Wednesday, December 28, 2011

Post Christmas 聖誕節後......

For once, we didn’t have to return any Christmas gifts.  My son and I toured the South Park Mall in this snowy cold weather mainly to catch the movie, Sherlock Holmes.  We had some fun walking through the mall and sort of exercise people watching.  S.P. Mall was busy as usual but this time, not too many happy faces.  We tagged along some people that dropped in different stores to either exchange gifts or turn the gifts into cash.  I shouldn’t have been surprised or appalled by such behavior, after all, I was one of those post Christmas moms who just didn’t like what I received and stood in the line waiting my turn to validate the gifts to things that were more beneficial to me.

And I didn’t have my happy face on then, either.

The honest truth about Christmas gift giving in our house has been a rather educational event this year.  You see, now I have more time being at  home, I am more conscious about our money’s outflow.  The staunch Chinese mom being extreme “frugal” has its merit and I am not ashamed to admit that  sometimes I did go a bit overboard on money saving.  For example, I will labor over coupon clipping process and price comparing strategy from weekly merchant flyers to make sure I get the best price bargains when I do my shopping; it has saved more than $100/week on an average shopping trip not to mention the dinners are more desirably prepared.  This Christmas, armed with limited budget I wanted to spend, and after consulting with my loving husband, he turned me loose on the shopping excursions.  <Chances are, it was probably very difficult for him to remember what I said, wanted, and the rules went with the shopping budget, he just said ok.>  Each year, I put up a Christmas wish list on the refrigerator to the kids to put their names and items they wish to own – and this year was no exception.  The deadline to take the list down was two weeks before December 24th and after that, they would be out of luck trying to squeeze one last minute after-thought “must have” stuff.  This year, kids didn’t ask much, in fact, my middle child said she didn’t really want anything <hinting at that IPod might not be a bad idea but knew that she wouldn’t get it>, she mentioned a few girly items she would like to have (that wouldn’t break Santa’s bank account).  And as usual, we exchanged and opened gifts on Christmas Eve and the smiles on each child’s face were brighter this year than previous ones.  My husband, too, was thrilled with his new TomTom GPS that comes with lifetime unlimited map updates.  Of course, Santa came in the middle of the night and that’s why there was another gift opening event before we ate sweets for Christmas breakfast, there were more thrilling shrieks of pleasures from my kids than ever – my oldest daughter got her white wool coat and several gift cards to her favorite stores; my middle child received her favorite perfume and a few gift cards to her frequent visited stores, my son had his games and M&M pack; my husband is a fan to Brown Bag Burgers so there, he was behaving well enough to receive a few gift certificates from Brown Bag, xoxo from Santa.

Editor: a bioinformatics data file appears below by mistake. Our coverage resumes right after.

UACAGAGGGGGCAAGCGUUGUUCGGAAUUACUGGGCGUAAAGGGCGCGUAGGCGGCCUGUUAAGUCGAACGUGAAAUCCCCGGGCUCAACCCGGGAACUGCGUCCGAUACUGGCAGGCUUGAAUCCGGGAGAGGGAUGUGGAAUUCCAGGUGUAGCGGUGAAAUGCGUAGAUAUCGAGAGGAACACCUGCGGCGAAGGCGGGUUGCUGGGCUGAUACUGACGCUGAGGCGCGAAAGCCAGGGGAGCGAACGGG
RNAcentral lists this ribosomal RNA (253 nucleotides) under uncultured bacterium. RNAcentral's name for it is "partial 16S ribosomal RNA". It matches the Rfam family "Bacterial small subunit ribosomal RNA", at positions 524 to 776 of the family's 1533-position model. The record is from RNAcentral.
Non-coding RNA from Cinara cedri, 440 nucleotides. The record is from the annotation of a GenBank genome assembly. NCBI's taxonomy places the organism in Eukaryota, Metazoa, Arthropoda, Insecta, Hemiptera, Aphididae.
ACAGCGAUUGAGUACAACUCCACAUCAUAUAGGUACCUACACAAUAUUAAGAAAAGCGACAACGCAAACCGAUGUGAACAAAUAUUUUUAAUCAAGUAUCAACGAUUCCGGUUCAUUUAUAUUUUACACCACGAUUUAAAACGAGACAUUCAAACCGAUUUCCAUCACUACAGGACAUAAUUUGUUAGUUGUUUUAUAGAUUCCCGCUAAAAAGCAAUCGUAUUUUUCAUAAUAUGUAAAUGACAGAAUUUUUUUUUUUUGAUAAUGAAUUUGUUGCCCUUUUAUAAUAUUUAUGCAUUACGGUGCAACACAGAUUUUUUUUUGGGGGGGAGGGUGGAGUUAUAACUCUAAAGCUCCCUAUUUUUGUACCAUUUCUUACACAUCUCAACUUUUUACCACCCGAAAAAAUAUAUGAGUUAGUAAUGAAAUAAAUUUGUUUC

Looked like there wouldn’t be any gift-returning trips at all.

I must say that this has been one blessing year for all of us – we have learned to scale back on our spending and become more compassionate about others needs.  I still remember when we had two incomes; I could barely keep track of what we spent on anything other than the fixed expenses such as mortgage, car payments, and utilities.  Most time, the immediate need to satisfy our empty stomachs at the end of the day prevails the conscious choice to cook at home and one thing we all know, it is very costly to dine out in this country.  Now image that a family does that twice or three times weekly because both parents are working more than 10 hours a day that home cook dinners no longer a pleasure to undertake.  I am not saying that we don’t eat out any more.  We do, however, with careful choices and timing and more money conscious about what and where we desire to spend our money.  We have become more disciplined in making sure taking care of what’s more important, mainly, having dinner together at home, more often. 

As I reflect on how this year has passed, I looked at my son with content smiles, he is no longer a small child and I still have the pleasure of being with him during his Christmas break.  What a blessing to both of us!!

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